I'm learning to become a Red Teamer, which simulates attacks by adversaries from multiple angles: Digital/Cyber, Physical and Social. This questions focuses on the Social Engineering aspect of Red Teaming, mainly what comes after engagements.

In Red Team engagements, we often interact with many people and social engineer then to do things like extract information, get unauthorized access, etc. As far as I know, such interactions often only last for a few seconds or minutes, sometimes a day or two. The chances of meeting the social engineered people after engagements are rare (how rare is it really?) but not non-existent.

When a PenTester/Red Teamer meets and talks with one of the people they've social engineered (tricked) outside of work and they recognize the PenTester/Red Teamer, they may ask things like "Hey you're that elevator guy from last week." or "You're the guy from Cisco! Can I get your number in case we get another problem?". In such cases, the profession was disguise and a lie.

If met with such interactions, what should the PenTester/Red Teamer do? Are there some policies and/or rules regarding such situations? Should we just lie to them and say "Yeah I work with elevators" or should we tell them something like "Oh I'm actually a Security Tester. That was a disguise"?

(I suppose we can tell them the truth but that may make it awkward and complicated. It may also make it harder if the next job happens to involve the same person.)

  • I'm not an expert at Red Teaming but I would've thought that it would make sense where-ever practical to recruit social engineers out of area to minimise the chances of them bumping into "hacked" clients afterwards.
    – ChrisFNZ
    Commented Nov 11, 2019 at 4:19
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    This might be a question for security.SE
    – Layman
    Commented Nov 11, 2019 at 4:35
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    I've considered posting this on Security.SE but this is mainly about handling relationships AFTER engagements, not security engagements. I think while it is a security profession specific problem but it's about relations outside but affected by the jobs. Commented Nov 11, 2019 at 4:40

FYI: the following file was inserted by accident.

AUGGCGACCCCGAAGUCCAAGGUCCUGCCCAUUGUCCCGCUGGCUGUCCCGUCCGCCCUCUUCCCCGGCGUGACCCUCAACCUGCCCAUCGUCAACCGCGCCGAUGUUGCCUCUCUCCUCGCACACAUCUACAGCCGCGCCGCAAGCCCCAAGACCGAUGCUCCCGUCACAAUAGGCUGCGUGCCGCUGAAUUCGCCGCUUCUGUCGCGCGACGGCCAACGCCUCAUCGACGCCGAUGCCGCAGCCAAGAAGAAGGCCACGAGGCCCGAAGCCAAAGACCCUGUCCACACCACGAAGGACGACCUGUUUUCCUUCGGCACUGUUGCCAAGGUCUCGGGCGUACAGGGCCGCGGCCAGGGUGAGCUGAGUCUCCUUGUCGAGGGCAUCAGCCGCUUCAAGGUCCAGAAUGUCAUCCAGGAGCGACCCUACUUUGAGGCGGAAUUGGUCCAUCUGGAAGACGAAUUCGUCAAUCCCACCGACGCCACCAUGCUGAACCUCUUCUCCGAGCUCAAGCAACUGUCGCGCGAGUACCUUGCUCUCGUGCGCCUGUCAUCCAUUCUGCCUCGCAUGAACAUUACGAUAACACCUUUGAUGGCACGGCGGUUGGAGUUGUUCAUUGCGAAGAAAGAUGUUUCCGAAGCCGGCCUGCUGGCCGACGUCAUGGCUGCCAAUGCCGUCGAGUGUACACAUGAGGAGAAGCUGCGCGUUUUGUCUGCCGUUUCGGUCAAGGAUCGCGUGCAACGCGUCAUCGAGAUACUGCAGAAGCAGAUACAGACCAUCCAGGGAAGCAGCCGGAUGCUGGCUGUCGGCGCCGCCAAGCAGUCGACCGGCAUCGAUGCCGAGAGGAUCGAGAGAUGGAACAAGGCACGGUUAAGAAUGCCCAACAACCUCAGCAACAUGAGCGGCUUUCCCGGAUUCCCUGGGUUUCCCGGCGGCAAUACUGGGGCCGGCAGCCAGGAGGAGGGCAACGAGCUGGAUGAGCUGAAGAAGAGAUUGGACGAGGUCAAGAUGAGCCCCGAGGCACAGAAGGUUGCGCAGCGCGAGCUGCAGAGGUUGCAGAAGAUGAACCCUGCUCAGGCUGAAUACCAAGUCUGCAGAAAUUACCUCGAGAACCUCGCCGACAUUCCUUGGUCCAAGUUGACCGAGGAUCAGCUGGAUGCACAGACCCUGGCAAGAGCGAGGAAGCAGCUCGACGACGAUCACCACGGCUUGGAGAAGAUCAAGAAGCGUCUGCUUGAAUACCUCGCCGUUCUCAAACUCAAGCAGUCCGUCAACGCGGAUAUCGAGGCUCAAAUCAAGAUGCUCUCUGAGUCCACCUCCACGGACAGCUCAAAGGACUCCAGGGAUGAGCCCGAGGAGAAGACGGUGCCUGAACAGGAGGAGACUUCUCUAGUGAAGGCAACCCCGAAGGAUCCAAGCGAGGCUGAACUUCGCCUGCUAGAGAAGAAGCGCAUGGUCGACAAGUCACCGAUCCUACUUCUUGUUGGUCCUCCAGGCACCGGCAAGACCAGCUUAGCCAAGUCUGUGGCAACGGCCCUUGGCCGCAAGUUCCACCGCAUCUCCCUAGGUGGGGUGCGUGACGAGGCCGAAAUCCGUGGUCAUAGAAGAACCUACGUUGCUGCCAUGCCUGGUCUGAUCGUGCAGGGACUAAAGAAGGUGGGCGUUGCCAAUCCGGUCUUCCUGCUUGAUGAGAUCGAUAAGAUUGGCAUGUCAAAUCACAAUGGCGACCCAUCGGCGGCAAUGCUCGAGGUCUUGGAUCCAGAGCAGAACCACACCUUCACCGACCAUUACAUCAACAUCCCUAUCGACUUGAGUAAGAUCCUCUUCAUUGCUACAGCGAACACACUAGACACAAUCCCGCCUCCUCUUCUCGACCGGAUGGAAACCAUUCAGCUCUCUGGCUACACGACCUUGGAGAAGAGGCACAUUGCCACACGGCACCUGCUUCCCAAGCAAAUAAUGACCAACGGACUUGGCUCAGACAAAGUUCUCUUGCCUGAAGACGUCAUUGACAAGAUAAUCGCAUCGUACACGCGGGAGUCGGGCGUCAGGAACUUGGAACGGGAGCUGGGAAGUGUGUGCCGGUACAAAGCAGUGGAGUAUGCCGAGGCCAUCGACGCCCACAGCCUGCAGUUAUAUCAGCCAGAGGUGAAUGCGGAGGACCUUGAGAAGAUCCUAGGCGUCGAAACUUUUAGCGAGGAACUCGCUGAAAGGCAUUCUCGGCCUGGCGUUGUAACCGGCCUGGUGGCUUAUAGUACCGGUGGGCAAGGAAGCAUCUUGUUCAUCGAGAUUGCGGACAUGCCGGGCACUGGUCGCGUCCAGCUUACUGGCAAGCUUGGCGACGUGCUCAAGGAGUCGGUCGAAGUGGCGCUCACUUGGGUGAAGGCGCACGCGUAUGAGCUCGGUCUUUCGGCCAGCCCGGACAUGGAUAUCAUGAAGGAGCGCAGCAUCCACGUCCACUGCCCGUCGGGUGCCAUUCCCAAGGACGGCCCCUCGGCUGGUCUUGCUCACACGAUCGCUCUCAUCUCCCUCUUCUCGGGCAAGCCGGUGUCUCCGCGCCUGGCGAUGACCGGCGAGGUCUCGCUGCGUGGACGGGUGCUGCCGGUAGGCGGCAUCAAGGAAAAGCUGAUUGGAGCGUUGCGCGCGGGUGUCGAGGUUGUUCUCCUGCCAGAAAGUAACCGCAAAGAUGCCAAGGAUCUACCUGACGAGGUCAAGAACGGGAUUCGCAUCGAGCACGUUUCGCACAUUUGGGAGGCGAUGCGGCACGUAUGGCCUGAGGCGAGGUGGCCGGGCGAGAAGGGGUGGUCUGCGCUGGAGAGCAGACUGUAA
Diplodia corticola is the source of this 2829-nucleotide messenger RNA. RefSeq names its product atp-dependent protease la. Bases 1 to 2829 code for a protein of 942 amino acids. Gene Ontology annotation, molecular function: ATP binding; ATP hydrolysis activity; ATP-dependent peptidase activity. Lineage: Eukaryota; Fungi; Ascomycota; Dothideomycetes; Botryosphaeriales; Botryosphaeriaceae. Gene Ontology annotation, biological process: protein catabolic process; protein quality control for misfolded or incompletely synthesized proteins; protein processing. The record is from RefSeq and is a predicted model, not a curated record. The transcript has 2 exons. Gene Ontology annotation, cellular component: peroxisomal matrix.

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    I'm voting to close this question as off-topic because it seems like this will come down to policies of the company you're working for or terms of the agreement between your company and the client company (which may depend on whether penetration testing is still being performed at the company). Within the limits of those policies or terms, it will come down to how you want to engage with them. We may be able to help if you have something in mind to say, but you don't quite know how to say it. Commented Nov 11, 2019 at 11:14
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    I have to agree with @Dukeling - anything to do with policy, needs to come from your company (and if it's only cultural norms, it needs a location and state that). Beyond that, the question specifically asks about the interaction outside work - in which you are under no real obligation to say anything truthful (and what you are actually allowed to say, is again, defined by your specific contract). Which is also frustrating, as this is a really interesting question.
    – user81330
    Commented Nov 11, 2019 at 12:21

1 Answer 1


To be honest, I'd look at it as an opportunity.

"Actually, I'm not with Cisco - I'm a security tester. You know how burglars sometimes dress in maintenance overalls so they won't arouse suspicion from neighbors? We sometimes have to do that as well so people won't wonder why we're wandering around an office building."

There are two things you're shooting for:

  1. Leaving the employee with something to think about. That's the opportunity: giving them a way to think about security going forward - to give them a nugget of education to take and use going forward. Maybe next time, they'll see someone wearing a 'Thompson Electronics Services' polo but notice they don't actually have a Visitor's Badge and make a call to security to make sure they're on the up-and-up.

  2. Being very careful to not phrase it in a way indicating the employee 'failed'. That's the tough part - it'd be very easy to hint that the employee failed, which could sour the interaction. Instead, obliquely reference what you were doing, not in reference to them, but to your job in general.

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    To make sure, are you a professional PenTester/Red Teamer? Commented Nov 11, 2019 at 8:34
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    @JohnZhau Does it matter? You have asked for advice about relationships within the workplace, which is exactly what this answer is about. The answer doesn't become any less valid if Kevin doesn't work in Pen Testing. In fact, some would suggest seeing things from the "other side" is what's more important. Commented Nov 11, 2019 at 12:53
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    I'm not a professional PenTester. I've done a little of it at work before, and I often Pen Test my own works (plus I love learning about the subject) - but it's not my primary focus by any means. That said: the question isn't actually about Pen Testing - it's about how to interact with people you've 'conned' during a prior Pen Test.
    – Kevin
    Commented Nov 11, 2019 at 14:24

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